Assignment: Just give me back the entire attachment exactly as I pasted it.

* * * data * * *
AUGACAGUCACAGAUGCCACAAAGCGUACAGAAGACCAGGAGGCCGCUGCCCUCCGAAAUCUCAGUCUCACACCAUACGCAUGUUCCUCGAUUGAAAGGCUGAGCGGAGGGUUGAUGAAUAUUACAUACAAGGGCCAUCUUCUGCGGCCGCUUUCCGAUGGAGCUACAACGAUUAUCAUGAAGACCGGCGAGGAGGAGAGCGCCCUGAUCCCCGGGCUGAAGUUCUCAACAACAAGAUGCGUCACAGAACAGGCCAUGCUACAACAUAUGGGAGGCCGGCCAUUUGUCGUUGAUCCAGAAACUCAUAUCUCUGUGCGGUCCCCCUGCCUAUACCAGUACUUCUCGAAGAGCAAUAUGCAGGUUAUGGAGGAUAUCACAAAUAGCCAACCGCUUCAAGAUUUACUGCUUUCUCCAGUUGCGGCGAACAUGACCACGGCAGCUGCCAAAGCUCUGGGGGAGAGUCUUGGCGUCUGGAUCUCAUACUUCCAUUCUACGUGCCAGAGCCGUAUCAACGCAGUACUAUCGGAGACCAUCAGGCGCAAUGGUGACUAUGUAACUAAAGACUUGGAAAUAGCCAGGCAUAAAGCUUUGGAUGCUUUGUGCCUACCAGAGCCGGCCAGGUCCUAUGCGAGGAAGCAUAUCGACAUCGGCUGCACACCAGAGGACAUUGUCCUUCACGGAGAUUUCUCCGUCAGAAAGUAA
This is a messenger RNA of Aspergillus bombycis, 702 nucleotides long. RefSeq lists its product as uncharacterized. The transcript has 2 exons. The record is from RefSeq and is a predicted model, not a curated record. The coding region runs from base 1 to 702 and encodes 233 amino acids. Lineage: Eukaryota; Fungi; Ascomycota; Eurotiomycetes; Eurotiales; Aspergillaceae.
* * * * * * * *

AUGACAGUCACAGAUGCCACAAAGCGUACAGAAGACCAGGAGGCCGCUGCCCUCCGAAAUCUCAGUCUCACACCAUACGCAUGUUCCUCGAUUGAAAGGCUGAGCGGAGGGUUGAUGAAUAUUACAUACAAGGGCCAUCUUCUGCGGCCGCUUUCCGAUGGAGCUACAACGAUUAUCAUGAAGACCGGCGAGGAGGAGAGCGCCCUGAUCCCCGGGCUGAAGUUCUCAACAACAAGAUGCGUCACAGAACAGGCCAUGCUACAACAUAUGGGAGGCCGGCCAUUUGUCGUUGAUCCAGAAACUCAUAUCUCUGUGCGGUCCCCCUGCCUAUACCAGUACUUCUCGAAGAGCAAUAUGCAGGUUAUGGAGGAUAUCACAAAUAGCCAACCGCUUCAAGAUUUACUGCUUUCUCCAGUUGCGGCGAACAUGACCACGGCAGCUGCCAAAGCUCUGGGGGAGAGUCUUGGCGUCUGGAUCUCAUACUUCCAUUCUACGUGCCAGAGCCGUAUCAACGCAGUACUAUCGGAGACCAUCAGGCGCAAUGGUGACUAUGUAACUAAAGACUUGGAAAUAGCCAGGCAUAAAGCUUUGGAUGCUUUGUGCCUACCAGAGCCGGCCAGGUCCUAUGCGAGGAAGCAUAUCGACAUCGGCUGCACACCAGAGGACAUUGUCCUUCACGGAGAUUUCUCCGUCAGAAAGUAA
This is a messenger RNA of Aspergillus bombycis, 702 nucleotides long. RefSeq lists its product as uncharacterized. The transcript has 2 exons. The record is from RefSeq and is a predicted model, not a curated record. The coding region runs from base 1 to 702 and encodes 233 amino acids. Lineage: Eukaryota; Fungi; Ascomycota; Eurotiomycetes; Eurotiales; Aspergillaceae.